In addition, electric cars in Norway are exempt from tolls (of which there are many), parking fees and most of the yearly vehicle ownership tax. A survey of articles on electric car savings in Norway revealed that people generally save about 7000 Norwegian kroner (NOK) in tolls, 2500 NOK in parking fees and 2690 NOK from the yearly tax. This amounts to a yearly saving of $1500.
In addition, electric cars are allowed to drive in bus lanes. This is a big deal for commuters who can easily save 15 minutes per day through this mechanism. When assigning a value of $10/hour of time saved, this amounts to another $500/year saving.
These incentives will not last forever. Complaints are now increasing about electric cars filling all the midtown parking spots, impeding buses during rush hour and generally increasing traffic in Norwegian cities. For this reason, I calculated the value of these incentives over 10 years with a 20% discount rate (shown below). The total net present value then amounted to just over $10000.
Finally, we have savings from fuel taxes. Norway has the highest gasoline taxes in the world including a 4.22 NOK/litre road tax, a 1.04 NOK/litre CO2 tax and an additional 25% VAT on top of these taxes (extra 1.32 NOK/litre) for a total of $3/gal. This was calculated from numbers in this link assuming a 50/50 split between gasoline and diesel. To get the net present value, this tax was summed over 10 years with a discount rate of 5% (figure above), an average efficiency of 35 MPG and 13000 km per year of driving, giving a total net present value of $5600. Electric cars also get access to free public charging, but this benefit will be ignored because it will be smaller than the fuel tax benefit and harder to assess accurately.
Including the CO2 tax as an electric vehicle incentive might sound strange given that almost all of Norway’s electricity production is clean hydropower. However, Norway already charges an upfront CO2 tax on new cars. The average new car sold in Norway has CO2 emissions of about 125 g/km (low NEDC estimate) resulting in a tax of about $3300 based on the aforementioned calculator, amounting to an already high CO2 tax of about $130/ton over a 200000 km lifetime.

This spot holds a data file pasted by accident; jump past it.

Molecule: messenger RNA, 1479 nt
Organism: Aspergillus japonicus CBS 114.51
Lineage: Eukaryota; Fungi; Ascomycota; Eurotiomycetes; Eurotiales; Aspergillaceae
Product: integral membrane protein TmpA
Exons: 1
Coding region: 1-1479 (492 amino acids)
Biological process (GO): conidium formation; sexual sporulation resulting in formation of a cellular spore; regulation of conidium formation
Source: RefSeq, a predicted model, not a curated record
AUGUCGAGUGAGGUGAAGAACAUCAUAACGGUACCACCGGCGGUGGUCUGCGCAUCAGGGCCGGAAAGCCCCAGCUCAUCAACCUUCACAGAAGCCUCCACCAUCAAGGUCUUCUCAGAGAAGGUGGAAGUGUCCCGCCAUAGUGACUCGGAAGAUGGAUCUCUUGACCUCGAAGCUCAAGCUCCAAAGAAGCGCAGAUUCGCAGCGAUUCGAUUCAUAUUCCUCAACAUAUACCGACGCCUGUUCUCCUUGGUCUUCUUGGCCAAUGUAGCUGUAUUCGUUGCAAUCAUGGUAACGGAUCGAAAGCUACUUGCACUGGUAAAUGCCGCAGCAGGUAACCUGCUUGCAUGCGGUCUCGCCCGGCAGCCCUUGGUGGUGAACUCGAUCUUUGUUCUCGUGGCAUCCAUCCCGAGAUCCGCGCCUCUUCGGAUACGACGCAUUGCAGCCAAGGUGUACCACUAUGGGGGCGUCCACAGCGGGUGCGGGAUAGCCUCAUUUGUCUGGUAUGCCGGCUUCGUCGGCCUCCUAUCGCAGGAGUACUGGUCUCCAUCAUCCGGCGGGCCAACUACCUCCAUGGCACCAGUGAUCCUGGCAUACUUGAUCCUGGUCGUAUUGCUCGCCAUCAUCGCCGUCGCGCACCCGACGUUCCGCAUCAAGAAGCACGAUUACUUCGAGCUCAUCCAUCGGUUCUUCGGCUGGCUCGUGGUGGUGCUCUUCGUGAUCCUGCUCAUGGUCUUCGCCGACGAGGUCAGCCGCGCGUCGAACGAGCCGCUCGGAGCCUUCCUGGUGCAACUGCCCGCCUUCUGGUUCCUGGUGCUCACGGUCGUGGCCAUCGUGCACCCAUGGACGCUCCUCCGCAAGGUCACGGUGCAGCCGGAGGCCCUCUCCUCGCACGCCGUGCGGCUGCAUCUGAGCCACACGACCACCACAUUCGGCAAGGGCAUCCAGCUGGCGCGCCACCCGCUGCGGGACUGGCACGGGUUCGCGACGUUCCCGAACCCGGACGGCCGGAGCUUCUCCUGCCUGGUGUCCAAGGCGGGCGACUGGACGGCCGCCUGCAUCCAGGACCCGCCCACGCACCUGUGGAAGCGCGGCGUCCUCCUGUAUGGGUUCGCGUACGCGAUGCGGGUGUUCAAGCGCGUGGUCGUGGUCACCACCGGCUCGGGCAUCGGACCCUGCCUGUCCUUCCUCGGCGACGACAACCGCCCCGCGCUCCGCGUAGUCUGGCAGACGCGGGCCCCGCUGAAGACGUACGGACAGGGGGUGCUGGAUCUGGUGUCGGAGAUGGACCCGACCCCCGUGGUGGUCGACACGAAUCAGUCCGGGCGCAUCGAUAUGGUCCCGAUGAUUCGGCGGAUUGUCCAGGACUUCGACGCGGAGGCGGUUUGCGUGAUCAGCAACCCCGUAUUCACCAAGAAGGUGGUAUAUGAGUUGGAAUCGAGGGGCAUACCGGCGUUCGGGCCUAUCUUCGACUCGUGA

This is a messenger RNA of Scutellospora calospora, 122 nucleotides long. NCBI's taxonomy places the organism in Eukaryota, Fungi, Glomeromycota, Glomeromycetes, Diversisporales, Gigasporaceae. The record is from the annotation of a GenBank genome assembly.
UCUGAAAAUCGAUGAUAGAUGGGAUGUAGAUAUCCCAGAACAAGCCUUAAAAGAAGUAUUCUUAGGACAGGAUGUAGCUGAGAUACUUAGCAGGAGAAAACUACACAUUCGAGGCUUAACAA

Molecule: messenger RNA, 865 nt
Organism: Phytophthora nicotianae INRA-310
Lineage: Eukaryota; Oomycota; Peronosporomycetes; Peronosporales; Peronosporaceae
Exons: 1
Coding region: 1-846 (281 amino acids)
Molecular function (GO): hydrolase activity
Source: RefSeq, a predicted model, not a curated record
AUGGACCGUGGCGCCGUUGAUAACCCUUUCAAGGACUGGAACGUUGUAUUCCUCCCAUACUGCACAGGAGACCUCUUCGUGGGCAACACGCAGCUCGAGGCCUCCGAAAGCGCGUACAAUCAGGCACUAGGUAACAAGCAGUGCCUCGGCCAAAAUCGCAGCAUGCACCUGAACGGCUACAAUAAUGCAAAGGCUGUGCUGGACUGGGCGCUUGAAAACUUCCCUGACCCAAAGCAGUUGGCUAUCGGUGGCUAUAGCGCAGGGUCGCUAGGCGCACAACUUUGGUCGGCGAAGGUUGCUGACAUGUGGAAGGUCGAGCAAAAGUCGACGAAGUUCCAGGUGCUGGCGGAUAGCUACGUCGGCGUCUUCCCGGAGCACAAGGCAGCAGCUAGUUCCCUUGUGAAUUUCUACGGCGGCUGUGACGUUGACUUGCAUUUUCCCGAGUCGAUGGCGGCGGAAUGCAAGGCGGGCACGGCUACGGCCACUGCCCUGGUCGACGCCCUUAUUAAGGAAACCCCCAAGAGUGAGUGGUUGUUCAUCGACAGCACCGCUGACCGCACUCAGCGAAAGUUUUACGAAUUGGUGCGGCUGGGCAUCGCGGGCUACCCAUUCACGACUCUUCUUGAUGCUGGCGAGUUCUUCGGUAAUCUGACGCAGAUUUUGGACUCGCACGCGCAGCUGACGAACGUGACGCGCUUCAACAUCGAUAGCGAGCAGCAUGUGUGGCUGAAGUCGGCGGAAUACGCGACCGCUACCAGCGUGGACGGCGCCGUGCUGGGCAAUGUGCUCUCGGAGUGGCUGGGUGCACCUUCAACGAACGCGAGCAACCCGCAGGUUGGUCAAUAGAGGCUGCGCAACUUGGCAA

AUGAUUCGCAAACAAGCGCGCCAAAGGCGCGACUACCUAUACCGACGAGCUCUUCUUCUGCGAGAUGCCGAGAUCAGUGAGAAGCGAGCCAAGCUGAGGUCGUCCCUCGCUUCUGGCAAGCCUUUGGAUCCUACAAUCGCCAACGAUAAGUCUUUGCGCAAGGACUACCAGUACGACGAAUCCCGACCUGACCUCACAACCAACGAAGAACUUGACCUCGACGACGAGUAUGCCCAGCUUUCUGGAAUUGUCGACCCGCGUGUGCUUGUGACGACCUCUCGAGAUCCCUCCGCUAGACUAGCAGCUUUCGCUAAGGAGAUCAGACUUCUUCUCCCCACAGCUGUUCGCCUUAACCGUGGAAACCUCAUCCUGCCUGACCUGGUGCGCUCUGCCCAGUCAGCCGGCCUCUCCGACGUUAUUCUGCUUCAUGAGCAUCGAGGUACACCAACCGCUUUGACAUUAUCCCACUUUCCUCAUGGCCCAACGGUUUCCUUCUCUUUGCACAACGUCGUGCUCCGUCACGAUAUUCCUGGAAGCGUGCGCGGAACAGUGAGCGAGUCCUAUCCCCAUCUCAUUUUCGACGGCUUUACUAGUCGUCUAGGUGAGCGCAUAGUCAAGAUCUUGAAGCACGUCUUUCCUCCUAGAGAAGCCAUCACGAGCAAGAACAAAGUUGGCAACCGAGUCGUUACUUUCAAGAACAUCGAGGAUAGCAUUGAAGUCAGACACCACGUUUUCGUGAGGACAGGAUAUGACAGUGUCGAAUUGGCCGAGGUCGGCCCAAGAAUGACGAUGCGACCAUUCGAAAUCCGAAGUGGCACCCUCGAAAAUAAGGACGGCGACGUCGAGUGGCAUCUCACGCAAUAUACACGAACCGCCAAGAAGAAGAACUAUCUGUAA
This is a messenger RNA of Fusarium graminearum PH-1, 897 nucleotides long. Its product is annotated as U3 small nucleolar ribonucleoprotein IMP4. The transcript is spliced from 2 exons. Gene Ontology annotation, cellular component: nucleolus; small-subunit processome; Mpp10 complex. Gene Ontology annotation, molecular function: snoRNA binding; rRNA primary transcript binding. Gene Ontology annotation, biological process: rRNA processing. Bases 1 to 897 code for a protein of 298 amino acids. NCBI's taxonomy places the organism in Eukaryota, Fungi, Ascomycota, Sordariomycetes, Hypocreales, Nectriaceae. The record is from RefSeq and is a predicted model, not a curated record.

More importantly though, replacing a gasoline car with an electric car in Norway definitely does not avoid all the CO2 emissions associated with the gasoline car. Given that hydropower is very cheap, it is generally produced at maximum capacity with any excesses being exported. This implies that more local consumption will reduce exports, enforcing more fossil fuel consumption abroad. In addition, Norwegian electricity providers have sold clean power consumption rights equivalent to fully 75% of total Norwegian consumption to other European countries. On paper therefore, half of Norwegian power consumption stems from fossil fuels and 25% from nuclear power. Only 15% of Norwegian consumers have entered a more expensive electricity contract which guarantees 100% renewable electricity.
Many people will be watching the sales performance of the new Chevy Bolt and other affordable 200+ mile electric cars over the next couple of years. According to this analysis, these upcoming sales statistics can give a very interesting glimpse into the future of technologically mature electric cars. Performance in the US can be seen as the base case where future technologically mature electric cars compete with gasoline cars on a level playing field. Norway will provide an optimistic case where a very strong political will to remove gasoline cars from the road is maintained for decades to come (rather ironically subsidized by oil exports).
I’ll be collecting data from the US and Norway as sales numbers and effective battery costs (incentives included) evolve over time in order to establish a trend of electric car sales performance vs. effective battery costs. Let’s see what happens…